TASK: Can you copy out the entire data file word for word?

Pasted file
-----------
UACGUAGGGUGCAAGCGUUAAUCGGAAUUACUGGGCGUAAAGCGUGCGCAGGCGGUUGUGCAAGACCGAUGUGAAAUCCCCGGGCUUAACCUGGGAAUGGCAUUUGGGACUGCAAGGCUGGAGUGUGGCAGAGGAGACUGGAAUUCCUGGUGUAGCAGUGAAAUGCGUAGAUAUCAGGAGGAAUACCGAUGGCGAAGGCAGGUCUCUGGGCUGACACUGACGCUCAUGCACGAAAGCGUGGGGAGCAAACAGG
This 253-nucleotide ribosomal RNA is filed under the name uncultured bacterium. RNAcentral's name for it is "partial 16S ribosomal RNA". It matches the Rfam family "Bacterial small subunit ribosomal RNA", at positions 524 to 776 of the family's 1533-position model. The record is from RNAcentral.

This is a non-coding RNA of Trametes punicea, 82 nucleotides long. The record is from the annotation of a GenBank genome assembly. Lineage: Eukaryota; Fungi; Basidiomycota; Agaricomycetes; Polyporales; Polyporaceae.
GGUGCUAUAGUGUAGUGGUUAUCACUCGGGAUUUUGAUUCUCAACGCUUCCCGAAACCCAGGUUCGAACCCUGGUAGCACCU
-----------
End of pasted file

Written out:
UACGUAGGGUGCAAGCGUUAAUCGGAAUUACUGGGCGUAAAGCGUGCGCAGGCGGUUGUGCAAGACCGAUGUGAAAUCCCCGGGCUUAACCUGGGAAUGGCAUUUGGGACUGCAAGGCUGGAGUGUGGCAGAGGAGACUGGAAUUCCUGGUGUAGCAGUGAAAUGCGUAGAUAUCAGGAGGAAUACCGAUGGCGAAGGCAGGUCUCUGGGCUGACACUGACGCUCAUGCACGAAAGCGUGGGGAGCAAACAGG
This 253-nucleotide ribosomal RNA is filed under the name uncultured bacterium. RNAcentral's name for it is "partial 16S ribosomal RNA". It matches the Rfam family "Bacterial small subunit ribosomal RNA", at positions 524 to 776 of the family's 1533-position model. The record is from RNAcentral.

This is a non-coding RNA of Trametes punicea, 82 nucleotides long. The record is from the annotation of a GenBank genome assembly. Lineage: Eukaryota; Fungi; Basidiomycota; Agaricomycetes; Polyporales; Polyporaceae.
GGUGCUAUAGUGUAGUGGUUAUCACUCGGGAUUUUGAUUCUCAACGCUUCCCGAAACCCAGGUUCGAACCCUGGUAGCACCU